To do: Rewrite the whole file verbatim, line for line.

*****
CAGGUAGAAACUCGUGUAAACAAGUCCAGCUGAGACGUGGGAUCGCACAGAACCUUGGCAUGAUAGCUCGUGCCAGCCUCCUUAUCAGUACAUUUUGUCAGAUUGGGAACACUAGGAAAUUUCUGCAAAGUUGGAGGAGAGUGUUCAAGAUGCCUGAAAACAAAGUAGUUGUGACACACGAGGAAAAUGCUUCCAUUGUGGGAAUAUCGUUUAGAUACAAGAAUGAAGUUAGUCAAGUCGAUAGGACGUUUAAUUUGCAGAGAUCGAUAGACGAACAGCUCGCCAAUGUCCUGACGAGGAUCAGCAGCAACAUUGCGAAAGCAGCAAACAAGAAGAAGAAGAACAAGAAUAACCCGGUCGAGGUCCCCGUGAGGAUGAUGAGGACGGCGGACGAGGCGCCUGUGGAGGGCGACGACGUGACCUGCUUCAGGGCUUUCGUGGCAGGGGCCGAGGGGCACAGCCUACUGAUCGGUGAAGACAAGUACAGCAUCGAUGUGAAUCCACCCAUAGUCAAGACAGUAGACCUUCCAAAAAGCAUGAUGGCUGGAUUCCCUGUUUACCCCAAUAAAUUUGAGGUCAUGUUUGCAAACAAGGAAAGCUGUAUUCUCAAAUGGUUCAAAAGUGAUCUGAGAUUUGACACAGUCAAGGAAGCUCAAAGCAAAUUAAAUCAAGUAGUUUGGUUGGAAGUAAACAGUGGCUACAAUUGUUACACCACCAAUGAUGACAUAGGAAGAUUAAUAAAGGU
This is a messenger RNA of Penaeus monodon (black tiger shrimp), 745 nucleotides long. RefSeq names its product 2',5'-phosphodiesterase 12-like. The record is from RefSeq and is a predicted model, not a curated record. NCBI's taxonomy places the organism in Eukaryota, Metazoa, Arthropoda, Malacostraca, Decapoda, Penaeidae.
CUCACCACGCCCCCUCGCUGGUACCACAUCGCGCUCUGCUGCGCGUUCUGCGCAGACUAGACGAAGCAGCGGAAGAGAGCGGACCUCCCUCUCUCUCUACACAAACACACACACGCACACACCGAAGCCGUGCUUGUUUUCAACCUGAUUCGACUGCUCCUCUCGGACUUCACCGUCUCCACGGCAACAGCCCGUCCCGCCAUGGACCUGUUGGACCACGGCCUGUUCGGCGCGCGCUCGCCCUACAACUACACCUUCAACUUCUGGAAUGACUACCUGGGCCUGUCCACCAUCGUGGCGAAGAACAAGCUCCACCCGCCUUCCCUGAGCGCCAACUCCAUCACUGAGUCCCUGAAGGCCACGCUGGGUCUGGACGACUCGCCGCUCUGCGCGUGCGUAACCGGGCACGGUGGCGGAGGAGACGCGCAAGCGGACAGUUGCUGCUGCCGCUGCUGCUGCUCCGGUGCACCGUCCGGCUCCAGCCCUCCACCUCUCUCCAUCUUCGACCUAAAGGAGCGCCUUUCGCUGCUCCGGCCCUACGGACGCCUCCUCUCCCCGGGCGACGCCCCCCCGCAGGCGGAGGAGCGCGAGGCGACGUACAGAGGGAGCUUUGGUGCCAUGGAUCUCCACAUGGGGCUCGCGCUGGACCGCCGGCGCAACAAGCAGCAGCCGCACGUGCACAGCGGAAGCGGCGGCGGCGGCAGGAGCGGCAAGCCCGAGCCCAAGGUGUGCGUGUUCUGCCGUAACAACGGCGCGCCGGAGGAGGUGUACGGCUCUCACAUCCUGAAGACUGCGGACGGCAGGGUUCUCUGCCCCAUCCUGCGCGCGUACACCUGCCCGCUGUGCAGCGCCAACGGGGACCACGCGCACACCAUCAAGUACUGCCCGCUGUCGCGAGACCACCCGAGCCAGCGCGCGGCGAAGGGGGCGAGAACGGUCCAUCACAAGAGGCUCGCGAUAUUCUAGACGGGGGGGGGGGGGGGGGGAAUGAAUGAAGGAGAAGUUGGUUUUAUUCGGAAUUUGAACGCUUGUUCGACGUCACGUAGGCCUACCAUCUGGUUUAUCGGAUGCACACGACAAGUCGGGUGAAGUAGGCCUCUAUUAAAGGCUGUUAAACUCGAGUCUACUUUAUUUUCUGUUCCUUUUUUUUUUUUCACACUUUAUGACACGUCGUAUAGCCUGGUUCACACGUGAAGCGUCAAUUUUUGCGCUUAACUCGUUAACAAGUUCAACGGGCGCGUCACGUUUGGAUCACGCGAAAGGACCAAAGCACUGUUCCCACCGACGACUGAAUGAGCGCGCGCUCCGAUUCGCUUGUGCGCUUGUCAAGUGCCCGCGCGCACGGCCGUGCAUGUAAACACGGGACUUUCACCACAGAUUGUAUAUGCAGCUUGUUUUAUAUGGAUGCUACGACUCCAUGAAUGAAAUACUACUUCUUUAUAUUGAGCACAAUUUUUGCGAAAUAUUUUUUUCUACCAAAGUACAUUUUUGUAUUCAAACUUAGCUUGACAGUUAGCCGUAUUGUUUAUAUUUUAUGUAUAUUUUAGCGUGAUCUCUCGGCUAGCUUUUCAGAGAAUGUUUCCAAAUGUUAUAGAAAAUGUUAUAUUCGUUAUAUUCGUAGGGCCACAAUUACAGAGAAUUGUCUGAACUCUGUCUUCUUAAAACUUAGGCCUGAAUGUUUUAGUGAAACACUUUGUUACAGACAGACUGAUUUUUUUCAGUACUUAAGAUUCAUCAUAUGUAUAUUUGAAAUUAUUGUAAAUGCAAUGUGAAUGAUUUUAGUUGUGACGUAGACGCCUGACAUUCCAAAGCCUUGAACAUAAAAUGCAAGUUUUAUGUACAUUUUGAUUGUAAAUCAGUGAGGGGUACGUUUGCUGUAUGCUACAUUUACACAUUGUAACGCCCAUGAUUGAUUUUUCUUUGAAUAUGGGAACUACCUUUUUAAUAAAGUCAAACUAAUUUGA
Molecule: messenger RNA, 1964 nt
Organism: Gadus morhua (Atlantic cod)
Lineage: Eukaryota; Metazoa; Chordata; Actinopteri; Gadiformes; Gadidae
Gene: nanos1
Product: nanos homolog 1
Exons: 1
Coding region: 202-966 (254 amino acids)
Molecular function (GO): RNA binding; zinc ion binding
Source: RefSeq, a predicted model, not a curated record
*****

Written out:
CAGGUAGAAACUCGUGUAAACAAGUCCAGCUGAGACGUGGGAUCGCACAGAACCUUGGCAUGAUAGCUCGUGCCAGCCUCCUUAUCAGUACAUUUUGUCAGAUUGGGAACACUAGGAAAUUUCUGCAAAGUUGGAGGAGAGUGUUCAAGAUGCCUGAAAACAAAGUAGUUGUGACACACGAGGAAAAUGCUUCCAUUGUGGGAAUAUCGUUUAGAUACAAGAAUGAAGUUAGUCAAGUCGAUAGGACGUUUAAUUUGCAGAGAUCGAUAGACGAACAGCUCGCCAAUGUCCUGACGAGGAUCAGCAGCAACAUUGCGAAAGCAGCAAACAAGAAGAAGAAGAACAAGAAUAACCCGGUCGAGGUCCCCGUGAGGAUGAUGAGGACGGCGGACGAGGCGCCUGUGGAGGGCGACGACGUGACCUGCUUCAGGGCUUUCGUGGCAGGGGCCGAGGGGCACAGCCUACUGAUCGGUGAAGACAAGUACAGCAUCGAUGUGAAUCCACCCAUAGUCAAGACAGUAGACCUUCCAAAAAGCAUGAUGGCUGGAUUCCCUGUUUACCCCAAUAAAUUUGAGGUCAUGUUUGCAAACAAGGAAAGCUGUAUUCUCAAAUGGUUCAAAAGUGAUCUGAGAUUUGACACAGUCAAGGAAGCUCAAAGCAAAUUAAAUCAAGUAGUUUGGUUGGAAGUAAACAGUGGCUACAAUUGUUACACCACCAAUGAUGACAUAGGAAGAUUAAUAAAGGU
This is a messenger RNA of Penaeus monodon (black tiger shrimp), 745 nucleotides long. RefSeq names its product 2',5'-phosphodiesterase 12-like. The record is from RefSeq and is a predicted model, not a curated record. NCBI's taxonomy places the organism in Eukaryota, Metazoa, Arthropoda, Malacostraca, Decapoda, Penaeidae.
CUCACCACGCCCCCUCGCUGGUACCACAUCGCGCUCUGCUGCGCGUUCUGCGCAGACUAGACGAAGCAGCGGAAGAGAGCGGACCUCCCUCUCUCUCUACACAAACACACACACGCACACACCGAAGCCGUGCUUGUUUUCAACCUGAUUCGACUGCUCCUCUCGGACUUCACCGUCUCCACGGCAACAGCCCGUCCCGCCAUGGACCUGUUGGACCACGGCCUGUUCGGCGCGCGCUCGCCCUACAACUACACCUUCAACUUCUGGAAUGACUACCUGGGCCUGUCCACCAUCGUGGCGAAGAACAAGCUCCACCCGCCUUCCCUGAGCGCCAACUCCAUCACUGAGUCCCUGAAGGCCACGCUGGGUCUGGACGACUCGCCGCUCUGCGCGUGCGUAACCGGGCACGGUGGCGGAGGAGACGCGCAAGCGGACAGUUGCUGCUGCCGCUGCUGCUGCUCCGGUGCACCGUCCGGCUCCAGCCCUCCACCUCUCUCCAUCUUCGACCUAAAGGAGCGCCUUUCGCUGCUCCGGCCCUACGGACGCCUCCUCUCCCCGGGCGACGCCCCCCCGCAGGCGGAGGAGCGCGAGGCGACGUACAGAGGGAGCUUUGGUGCCAUGGAUCUCCACAUGGGGCUCGCGCUGGACCGCCGGCGCAACAAGCAGCAGCCGCACGUGCACAGCGGAAGCGGCGGCGGCGGCAGGAGCGGCAAGCCCGAGCCCAAGGUGUGCGUGUUCUGCCGUAACAACGGCGCGCCGGAGGAGGUGUACGGCUCUCACAUCCUGAAGACUGCGGACGGCAGGGUUCUCUGCCCCAUCCUGCGCGCGUACACCUGCCCGCUGUGCAGCGCCAACGGGGACCACGCGCACACCAUCAAGUACUGCCCGCUGUCGCGAGACCACCCGAGCCAGCGCGCGGCGAAGGGGGCGAGAACGGUCCAUCACAAGAGGCUCGCGAUAUUCUAGACGGGGGGGGGGGGGGGGGGAAUGAAUGAAGGAGAAGUUGGUUUUAUUCGGAAUUUGAACGCUUGUUCGACGUCACGUAGGCCUACCAUCUGGUUUAUCGGAUGCACACGACAAGUCGGGUGAAGUAGGCCUCUAUUAAAGGCUGUUAAACUCGAGUCUACUUUAUUUUCUGUUCCUUUUUUUUUUUUCACACUUUAUGACACGUCGUAUAGCCUGGUUCACACGUGAAGCGUCAAUUUUUGCGCUUAACUCGUUAACAAGUUCAACGGGCGCGUCACGUUUGGAUCACGCGAAAGGACCAAAGCACUGUUCCCACCGACGACUGAAUGAGCGCGCGCUCCGAUUCGCUUGUGCGCUUGUCAAGUGCCCGCGCGCACGGCCGUGCAUGUAAACACGGGACUUUCACCACAGAUUGUAUAUGCAGCUUGUUUUAUAUGGAUGCUACGACUCCAUGAAUGAAAUACUACUUCUUUAUAUUGAGCACAAUUUUUGCGAAAUAUUUUUUUCUACCAAAGUACAUUUUUGUAUUCAAACUUAGCUUGACAGUUAGCCGUAUUGUUUAUAUUUUAUGUAUAUUUUAGCGUGAUCUCUCGGCUAGCUUUUCAGAGAAUGUUUCCAAAUGUUAUAGAAAAUGUUAUAUUCGUUAUAUUCGUAGGGCCACAAUUACAGAGAAUUGUCUGAACUCUGUCUUCUUAAAACUUAGGCCUGAAUGUUUUAGUGAAACACUUUGUUACAGACAGACUGAUUUUUUUCAGUACUUAAGAUUCAUCAUAUGUAUAUUUGAAAUUAUUGUAAAUGCAAUGUGAAUGAUUUUAGUUGUGACGUAGACGCCUGACAUUCCAAAGCCUUGAACAUAAAAUGCAAGUUUUAUGUACAUUUUGAUUGUAAAUCAGUGAGGGGUACGUUUGCUGUAUGCUACAUUUACACAUUGUAACGCCCAUGAUUGAUUUUUCUUUGAAUAUGGGAACUACCUUUUUAAUAAAGUCAAACUAAUUUGA
Molecule: messenger RNA, 1964 nt
Organism: Gadus morhua (Atlantic cod)
Lineage: Eukaryota; Metazoa; Chordata; Actinopteri; Gadiformes; Gadidae
Gene: nanos1
Product: nanos homolog 1
Exons: 1
Coding region: 202-966 (254 amino acids)
Molecular function (GO): RNA binding; zinc ion binding
Source: RefSeq, a predicted model, not a curated record